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Reshaping Pharmaceutical Quality

Published: Tuesday, June 10, 2008 - 21:00

(ISPE: Tampa, Florida) -- The June 2008 issue of the Journal of Pharmaceutical Innovation (JPI) is publishing the first scientific papers outlining the progress made on the International Society for Pharmaceutical Engineering’s (ISPE) product quality life cycle implementation (PQLI) initiative. Written by experts representing the global pharmaceutical manufacturing industry, the papers present preliminary practical scientific and technological approaches to implementing International Conference on Harmonization (ICH) documents that address Pharmaceutical Development (Q8 and Q8[R]), Quality Risk Management (Q9), and Pharmaceutical Quality Systems (Q10). The June issue will be published in print and with open access on SpringerLink with the possibility to comment.

The PQLI initiative was launched by ISPE in June 2007 to help industry find practical technical solutions to the challenges of implementing guidelines put forth by the ICH. The first three task teams formed focused on criticality, design space, and control strategy, and how these areas are linked; a legacy products task team has also been formed as the fourth topical area.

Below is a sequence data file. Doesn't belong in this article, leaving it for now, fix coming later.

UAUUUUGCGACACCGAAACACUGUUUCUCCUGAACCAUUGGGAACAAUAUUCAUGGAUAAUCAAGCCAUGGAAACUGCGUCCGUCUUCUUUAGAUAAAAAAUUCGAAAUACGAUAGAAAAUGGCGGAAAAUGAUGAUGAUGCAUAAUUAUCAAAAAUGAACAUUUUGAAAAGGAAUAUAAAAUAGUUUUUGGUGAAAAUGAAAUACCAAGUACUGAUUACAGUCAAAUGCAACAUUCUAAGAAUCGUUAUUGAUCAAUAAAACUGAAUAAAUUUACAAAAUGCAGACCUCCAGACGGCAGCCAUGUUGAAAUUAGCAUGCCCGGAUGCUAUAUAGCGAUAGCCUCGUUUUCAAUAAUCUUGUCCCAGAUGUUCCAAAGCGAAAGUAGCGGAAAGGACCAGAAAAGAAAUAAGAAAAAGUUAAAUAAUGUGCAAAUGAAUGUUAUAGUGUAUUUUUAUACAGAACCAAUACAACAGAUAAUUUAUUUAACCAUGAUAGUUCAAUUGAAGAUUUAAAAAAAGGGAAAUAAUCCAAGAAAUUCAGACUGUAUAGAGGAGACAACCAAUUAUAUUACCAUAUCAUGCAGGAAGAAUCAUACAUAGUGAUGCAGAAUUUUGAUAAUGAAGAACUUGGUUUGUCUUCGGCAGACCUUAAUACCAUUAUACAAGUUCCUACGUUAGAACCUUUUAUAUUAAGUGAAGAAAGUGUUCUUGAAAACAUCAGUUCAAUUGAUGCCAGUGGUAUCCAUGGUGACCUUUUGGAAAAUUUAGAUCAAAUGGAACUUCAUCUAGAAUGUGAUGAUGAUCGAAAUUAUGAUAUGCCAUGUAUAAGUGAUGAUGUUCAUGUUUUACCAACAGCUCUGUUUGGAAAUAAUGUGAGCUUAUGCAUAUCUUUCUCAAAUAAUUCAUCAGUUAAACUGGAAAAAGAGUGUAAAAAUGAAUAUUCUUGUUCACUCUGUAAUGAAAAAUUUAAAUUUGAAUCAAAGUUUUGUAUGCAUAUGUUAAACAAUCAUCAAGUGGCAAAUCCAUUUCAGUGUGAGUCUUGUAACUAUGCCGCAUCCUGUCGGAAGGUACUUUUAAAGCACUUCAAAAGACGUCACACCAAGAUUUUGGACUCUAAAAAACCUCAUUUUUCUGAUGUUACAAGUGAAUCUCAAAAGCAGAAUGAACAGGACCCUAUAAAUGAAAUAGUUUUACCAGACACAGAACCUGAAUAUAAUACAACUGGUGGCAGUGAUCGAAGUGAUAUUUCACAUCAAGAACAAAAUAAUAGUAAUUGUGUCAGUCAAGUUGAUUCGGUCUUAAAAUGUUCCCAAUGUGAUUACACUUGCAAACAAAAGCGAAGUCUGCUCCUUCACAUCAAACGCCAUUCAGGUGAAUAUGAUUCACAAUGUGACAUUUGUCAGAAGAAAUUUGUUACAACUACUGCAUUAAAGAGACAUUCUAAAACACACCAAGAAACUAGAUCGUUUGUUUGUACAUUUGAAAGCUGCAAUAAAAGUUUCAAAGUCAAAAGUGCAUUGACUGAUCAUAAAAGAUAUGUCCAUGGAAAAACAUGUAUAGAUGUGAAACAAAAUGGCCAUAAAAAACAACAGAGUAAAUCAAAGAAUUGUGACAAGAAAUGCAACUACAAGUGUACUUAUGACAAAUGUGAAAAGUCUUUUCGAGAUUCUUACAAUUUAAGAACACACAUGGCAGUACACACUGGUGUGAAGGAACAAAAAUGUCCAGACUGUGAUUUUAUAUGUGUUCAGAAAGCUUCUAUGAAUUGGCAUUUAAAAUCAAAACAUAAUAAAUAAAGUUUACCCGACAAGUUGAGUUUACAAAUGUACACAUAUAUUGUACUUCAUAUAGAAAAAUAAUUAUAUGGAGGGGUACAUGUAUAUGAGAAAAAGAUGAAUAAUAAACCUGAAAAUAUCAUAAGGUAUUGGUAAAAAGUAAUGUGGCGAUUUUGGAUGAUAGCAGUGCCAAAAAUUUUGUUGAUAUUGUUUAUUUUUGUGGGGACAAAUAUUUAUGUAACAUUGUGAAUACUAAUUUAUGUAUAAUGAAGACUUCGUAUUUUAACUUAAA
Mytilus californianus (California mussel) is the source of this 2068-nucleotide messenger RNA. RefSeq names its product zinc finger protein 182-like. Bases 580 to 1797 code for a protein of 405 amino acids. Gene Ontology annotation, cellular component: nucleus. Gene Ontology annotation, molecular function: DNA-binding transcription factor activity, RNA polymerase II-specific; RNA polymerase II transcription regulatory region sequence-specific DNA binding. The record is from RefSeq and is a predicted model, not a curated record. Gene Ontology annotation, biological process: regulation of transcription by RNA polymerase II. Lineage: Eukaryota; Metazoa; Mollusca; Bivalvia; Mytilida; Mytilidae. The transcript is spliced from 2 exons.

Through PQLI, ISPE is providing technical frameworks to facilitate the implementation of Q8, Q9, and the imminent Q10 for new products and processes, as well as for existing approved products that could benefit. PQLI will provide better understanding of quality by design (QbD) applied to new products and processes, and is developing cross-functional tools valued by the industry and regulatory authorities worldwide. While the output is critical for industry application, the conclusions have been reached with input from global regulators. With the publication of these articles, the ISPE PQLI task teams are seeking additional feedback prior to developing their respective positions into technical documents. 

PQLI is projected to be at least a five-year initiative that has started with highly interactive fact-gathering sessions held in the United States and Europe. Working groups will continue to collect and process information for distribution as white papers, articles to be published in ISPE’s Journal of Pharmaceutical Innovation and Pharmaceutical Engineering Magazine, leading to detailed technical documents and training programs that will be produced by ISPE for the industry worldwide.